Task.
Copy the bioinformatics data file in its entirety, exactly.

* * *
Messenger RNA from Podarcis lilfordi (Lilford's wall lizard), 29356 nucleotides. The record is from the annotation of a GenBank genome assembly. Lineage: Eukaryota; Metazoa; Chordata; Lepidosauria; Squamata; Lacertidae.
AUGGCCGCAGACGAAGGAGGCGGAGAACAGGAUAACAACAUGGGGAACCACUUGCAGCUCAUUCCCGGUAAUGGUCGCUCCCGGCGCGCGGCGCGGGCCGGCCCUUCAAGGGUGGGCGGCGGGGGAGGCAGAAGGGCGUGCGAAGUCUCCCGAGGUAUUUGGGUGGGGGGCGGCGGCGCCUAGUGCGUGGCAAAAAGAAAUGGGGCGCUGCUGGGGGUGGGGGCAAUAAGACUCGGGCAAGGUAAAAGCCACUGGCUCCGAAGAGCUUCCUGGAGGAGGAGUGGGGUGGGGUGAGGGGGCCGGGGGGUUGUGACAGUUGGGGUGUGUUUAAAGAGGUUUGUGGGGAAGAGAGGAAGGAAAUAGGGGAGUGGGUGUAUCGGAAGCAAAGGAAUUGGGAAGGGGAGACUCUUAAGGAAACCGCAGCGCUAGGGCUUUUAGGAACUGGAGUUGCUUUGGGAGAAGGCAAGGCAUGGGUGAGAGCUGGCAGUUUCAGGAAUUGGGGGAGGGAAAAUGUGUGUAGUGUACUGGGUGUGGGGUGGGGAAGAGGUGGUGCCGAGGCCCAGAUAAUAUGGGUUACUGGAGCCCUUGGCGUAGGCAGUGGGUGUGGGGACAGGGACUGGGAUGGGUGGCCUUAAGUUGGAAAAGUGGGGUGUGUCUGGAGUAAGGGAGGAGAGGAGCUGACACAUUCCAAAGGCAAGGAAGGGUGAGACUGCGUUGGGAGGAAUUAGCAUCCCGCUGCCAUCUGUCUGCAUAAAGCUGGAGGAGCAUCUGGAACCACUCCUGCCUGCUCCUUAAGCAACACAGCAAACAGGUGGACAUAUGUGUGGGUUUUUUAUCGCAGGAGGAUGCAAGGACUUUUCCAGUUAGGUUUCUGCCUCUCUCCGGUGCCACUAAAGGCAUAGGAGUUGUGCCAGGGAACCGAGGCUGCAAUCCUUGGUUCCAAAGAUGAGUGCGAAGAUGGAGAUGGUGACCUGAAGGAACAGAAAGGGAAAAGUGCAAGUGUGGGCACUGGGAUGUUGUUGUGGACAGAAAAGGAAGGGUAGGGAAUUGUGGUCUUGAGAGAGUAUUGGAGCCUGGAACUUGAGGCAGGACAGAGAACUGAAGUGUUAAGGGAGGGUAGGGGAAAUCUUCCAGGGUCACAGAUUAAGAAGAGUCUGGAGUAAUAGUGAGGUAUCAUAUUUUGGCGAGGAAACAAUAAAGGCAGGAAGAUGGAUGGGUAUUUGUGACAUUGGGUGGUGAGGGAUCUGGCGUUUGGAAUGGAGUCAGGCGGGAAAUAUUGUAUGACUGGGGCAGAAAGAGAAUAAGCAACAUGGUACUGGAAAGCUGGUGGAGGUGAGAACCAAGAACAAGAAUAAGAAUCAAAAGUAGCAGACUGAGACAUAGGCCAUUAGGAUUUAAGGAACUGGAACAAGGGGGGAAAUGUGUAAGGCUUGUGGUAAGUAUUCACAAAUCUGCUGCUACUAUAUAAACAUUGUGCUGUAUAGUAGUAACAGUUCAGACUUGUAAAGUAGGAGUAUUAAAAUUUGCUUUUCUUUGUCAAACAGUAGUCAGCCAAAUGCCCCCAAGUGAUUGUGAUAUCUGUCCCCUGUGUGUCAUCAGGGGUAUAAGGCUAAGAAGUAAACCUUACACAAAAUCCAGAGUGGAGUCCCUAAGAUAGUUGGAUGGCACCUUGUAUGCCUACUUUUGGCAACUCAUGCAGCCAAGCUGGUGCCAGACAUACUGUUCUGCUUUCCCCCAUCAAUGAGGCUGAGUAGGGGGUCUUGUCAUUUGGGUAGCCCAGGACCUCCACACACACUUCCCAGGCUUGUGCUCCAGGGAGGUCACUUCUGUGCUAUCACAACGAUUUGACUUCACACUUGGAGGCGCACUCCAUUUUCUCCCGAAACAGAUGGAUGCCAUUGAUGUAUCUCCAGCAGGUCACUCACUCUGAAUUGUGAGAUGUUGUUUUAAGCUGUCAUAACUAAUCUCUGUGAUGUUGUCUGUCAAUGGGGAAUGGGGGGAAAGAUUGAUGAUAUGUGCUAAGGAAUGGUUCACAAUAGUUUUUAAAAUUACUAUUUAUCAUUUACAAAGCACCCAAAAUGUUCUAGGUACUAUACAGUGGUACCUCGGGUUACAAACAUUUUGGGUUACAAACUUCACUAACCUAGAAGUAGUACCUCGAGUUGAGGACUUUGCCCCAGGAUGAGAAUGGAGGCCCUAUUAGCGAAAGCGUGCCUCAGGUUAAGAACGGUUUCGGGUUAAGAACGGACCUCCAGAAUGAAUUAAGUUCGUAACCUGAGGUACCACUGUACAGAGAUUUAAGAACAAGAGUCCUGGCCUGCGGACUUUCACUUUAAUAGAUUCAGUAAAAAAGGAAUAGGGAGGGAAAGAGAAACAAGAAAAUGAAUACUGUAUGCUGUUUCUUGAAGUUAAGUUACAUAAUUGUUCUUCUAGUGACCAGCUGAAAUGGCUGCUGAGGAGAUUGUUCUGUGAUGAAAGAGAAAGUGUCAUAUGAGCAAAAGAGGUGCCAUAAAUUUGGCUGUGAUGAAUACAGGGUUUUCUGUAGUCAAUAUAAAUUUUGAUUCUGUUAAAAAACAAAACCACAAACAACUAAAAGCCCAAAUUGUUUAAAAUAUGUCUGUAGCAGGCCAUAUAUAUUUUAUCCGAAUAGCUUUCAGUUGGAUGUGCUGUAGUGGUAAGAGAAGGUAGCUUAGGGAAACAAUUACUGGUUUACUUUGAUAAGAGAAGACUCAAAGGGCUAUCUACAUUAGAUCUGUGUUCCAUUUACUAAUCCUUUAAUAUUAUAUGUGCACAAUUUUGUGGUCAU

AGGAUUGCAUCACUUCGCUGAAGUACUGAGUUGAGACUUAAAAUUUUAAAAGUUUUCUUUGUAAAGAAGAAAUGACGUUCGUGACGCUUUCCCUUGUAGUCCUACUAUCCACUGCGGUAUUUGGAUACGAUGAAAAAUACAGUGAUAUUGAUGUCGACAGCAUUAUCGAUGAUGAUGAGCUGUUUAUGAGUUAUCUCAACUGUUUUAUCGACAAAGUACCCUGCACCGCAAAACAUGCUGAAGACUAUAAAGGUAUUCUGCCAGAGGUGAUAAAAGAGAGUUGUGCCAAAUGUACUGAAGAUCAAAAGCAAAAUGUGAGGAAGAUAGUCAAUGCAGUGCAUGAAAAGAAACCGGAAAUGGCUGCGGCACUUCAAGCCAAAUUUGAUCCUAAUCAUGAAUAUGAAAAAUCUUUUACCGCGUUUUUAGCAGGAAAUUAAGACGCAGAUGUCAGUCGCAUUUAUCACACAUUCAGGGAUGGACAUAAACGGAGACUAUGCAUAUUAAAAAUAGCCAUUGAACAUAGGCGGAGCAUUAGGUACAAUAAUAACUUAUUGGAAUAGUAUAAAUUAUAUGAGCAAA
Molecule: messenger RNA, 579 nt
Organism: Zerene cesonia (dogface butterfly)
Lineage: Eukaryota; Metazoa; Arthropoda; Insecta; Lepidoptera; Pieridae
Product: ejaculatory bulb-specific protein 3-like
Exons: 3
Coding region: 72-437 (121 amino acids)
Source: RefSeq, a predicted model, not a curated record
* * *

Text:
Messenger RNA from Podarcis lilfordi (Lilford's wall lizard), 29356 nucleotides. The record is from the annotation of a GenBank genome assembly. Lineage: Eukaryota; Metazoa; Chordata; Lepidosauria; Squamata; Lacertidae.
AUGGCCGCAGACGAAGGAGGCGGAGAACAGGAUAACAACAUGGGGAACCACUUGCAGCUCAUUCCCGGUAAUGGUCGCUCCCGGCGCGCGGCGCGGGCCGGCCCUUCAAGGGUGGGCGGCGGGGGAGGCAGAAGGGCGUGCGAAGUCUCCCGAGGUAUUUGGGUGGGGGGCGGCGGCGCCUAGUGCGUGGCAAAAAGAAAUGGGGCGCUGCUGGGGGUGGGGGCAAUAAGACUCGGGCAAGGUAAAAGCCACUGGCUCCGAAGAGCUUCCUGGAGGAGGAGUGGGGUGGGGUGAGGGGGCCGGGGGGUUGUGACAGUUGGGGUGUGUUUAAAGAGGUUUGUGGGGAAGAGAGGAAGGAAAUAGGGGAGUGGGUGUAUCGGAAGCAAAGGAAUUGGGAAGGGGAGACUCUUAAGGAAACCGCAGCGCUAGGGCUUUUAGGAACUGGAGUUGCUUUGGGAGAAGGCAAGGCAUGGGUGAGAGCUGGCAGUUUCAGGAAUUGGGGGAGGGAAAAUGUGUGUAGUGUACUGGGUGUGGGGUGGGGAAGAGGUGGUGCCGAGGCCCAGAUAAUAUGGGUUACUGGAGCCCUUGGCGUAGGCAGUGGGUGUGGGGACAGGGACUGGGAUGGGUGGCCUUAAGUUGGAAAAGUGGGGUGUGUCUGGAGUAAGGGAGGAGAGGAGCUGACACAUUCCAAAGGCAAGGAAGGGUGAGACUGCGUUGGGAGGAAUUAGCAUCCCGCUGCCAUCUGUCUGCAUAAAGCUGGAGGAGCAUCUGGAACCACUCCUGCCUGCUCCUUAAGCAACACAGCAAACAGGUGGACAUAUGUGUGGGUUUUUUAUCGCAGGAGGAUGCAAGGACUUUUCCAGUUAGGUUUCUGCCUCUCUCCGGUGCCACUAAAGGCAUAGGAGUUGUGCCAGGGAACCGAGGCUGCAAUCCUUGGUUCCAAAGAUGAGUGCGAAGAUGGAGAUGGUGACCUGAAGGAACAGAAAGGGAAAAGUGCAAGUGUGGGCACUGGGAUGUUGUUGUGGACAGAAAAGGAAGGGUAGGGAAUUGUGGUCUUGAGAGAGUAUUGGAGCCUGGAACUUGAGGCAGGACAGAGAACUGAAGUGUUAAGGGAGGGUAGGGGAAAUCUUCCAGGGUCACAGAUUAAGAAGAGUCUGGAGUAAUAGUGAGGUAUCAUAUUUUGGCGAGGAAACAAUAAAGGCAGGAAGAUGGAUGGGUAUUUGUGACAUUGGGUGGUGAGGGAUCUGGCGUUUGGAAUGGAGUCAGGCGGGAAAUAUUGUAUGACUGGGGCAGAAAGAGAAUAAGCAACAUGGUACUGGAAAGCUGGUGGAGGUGAGAACCAAGAACAAGAAUAAGAAUCAAAAGUAGCAGACUGAGACAUAGGCCAUUAGGAUUUAAGGAACUGGAACAAGGGGGGAAAUGUGUAAGGCUUGUGGUAAGUAUUCACAAAUCUGCUGCUACUAUAUAAACAUUGUGCUGUAUAGUAGUAACAGUUCAGACUUGUAAAGUAGGAGUAUUAAAAUUUGCUUUUCUUUGUCAAACAGUAGUCAGCCAAAUGCCCCCAAGUGAUUGUGAUAUCUGUCCCCUGUGUGUCAUCAGGGGUAUAAGGCUAAGAAGUAAACCUUACACAAAAUCCAGAGUGGAGUCCCUAAGAUAGUUGGAUGGCACCUUGUAUGCCUACUUUUGGCAACUCAUGCAGCCAAGCUGGUGCCAGACAUACUGUUCUGCUUUCCCCCAUCAAUGAGGCUGAGUAGGGGGUCUUGUCAUUUGGGUAGCCCAGGACCUCCACACACACUUCCCAGGCUUGUGCUCCAGGGAGGUCACUUCUGUGCUAUCACAACGAUUUGACUUCACACUUGGAGGCGCACUCCAUUUUCUCCCGAAACAGAUGGAUGCCAUUGAUGUAUCUCCAGCAGGUCACUCACUCUGAAUUGUGAGAUGUUGUUUUAAGCUGUCAUAACUAAUCUCUGUGAUGUUGUCUGUCAAUGGGGAAUGGGGGGAAAGAUUGAUGAUAUGUGCUAAGGAAUGGUUCACAAUAGUUUUUAAAAUUACUAUUUAUCAUUUACAAAGCACCCAAAAUGUUCUAGGUACUAUACAGUGGUACCUCGGGUUACAAACAUUUUGGGUUACAAACUUCACUAACCUAGAAGUAGUACCUCGAGUUGAGGACUUUGCCCCAGGAUGAGAAUGGAGGCCCUAUUAGCGAAAGCGUGCCUCAGGUUAAGAACGGUUUCGGGUUAAGAACGGACCUCCAGAAUGAAUUAAGUUCGUAACCUGAGGUACCACUGUACAGAGAUUUAAGAACAAGAGUCCUGGCCUGCGGACUUUCACUUUAAUAGAUUCAGUAAAAAAGGAAUAGGGAGGGAAAGAGAAACAAGAAAAUGAAUACUGUAUGCUGUUUCUUGAAGUUAAGUUACAUAAUUGUUCUUCUAGUGACCAGCUGAAAUGGCUGCUGAGGAGAUUGUUCUGUGAUGAAAGAGAAAGUGUCAUAUGAGCAAAAGAGGUGCCAUAAAUUUGGCUGUGAUGAAUACAGGGUUUUCUGUAGUCAAUAUAAAUUUUGAUUCUGUUAAAAAACAAAACCACAAACAACUAAAAGCCCAAAUUGUUUAAAAUAUGUCUGUAGCAGGCCAUAUAUAUUUUAUCCGAAUAGCUUUCAGUUGGAUGUGCUGUAGUGGUAAGAGAAGGUAGCUUAGGGAAACAAUUACUGGUUUACUUUGAUAAGAGAAGACUCAAAGGGCUAUCUACAUUAGAUCUGUGUUCCAUUUACUAAUCCUUUAAUAUUAUAUGUGCACAAUUUUGUGGUCAU

AGGAUUGCAUCACUUCGCUGAAGUACUGAGUUGAGACUUAAAAUUUUAAAAGUUUUCUUUGUAAAGAAGAAAUGACGUUCGUGACGCUUUCCCUUGUAGUCCUACUAUCCACUGCGGUAUUUGGAUACGAUGAAAAAUACAGUGAUAUUGAUGUCGACAGCAUUAUCGAUGAUGAUGAGCUGUUUAUGAGUUAUCUCAACUGUUUUAUCGACAAAGUACCCUGCACCGCAAAACAUGCUGAAGACUAUAAAGGUAUUCUGCCAGAGGUGAUAAAAGAGAGUUGUGCCAAAUGUACUGAAGAUCAAAAGCAAAAUGUGAGGAAGAUAGUCAAUGCAGUGCAUGAAAAGAAACCGGAAAUGGCUGCGGCACUUCAAGCCAAAUUUGAUCCUAAUCAUGAAUAUGAAAAAUCUUUUACCGCGUUUUUAGCAGGAAAUUAAGACGCAGAUGUCAGUCGCAUUUAUCACACAUUCAGGGAUGGACAUAAACGGAGACUAUGCAUAUUAAAAAUAGCCAUUGAACAUAGGCGGAGCAUUAGGUACAAUAAUAACUUAUUGGAAUAGUAUAAAUUAUAUGAGCAAA
Molecule: messenger RNA, 579 nt
Organism: Zerene cesonia (dogface butterfly)
Lineage: Eukaryota; Metazoa; Arthropoda; Insecta; Lepidoptera; Pieridae
Product: ejaculatory bulb-specific protein 3-like
Exons: 3
Coding region: 72-437 (121 amino acids)
Source: RefSeq, a predicted model, not a curated record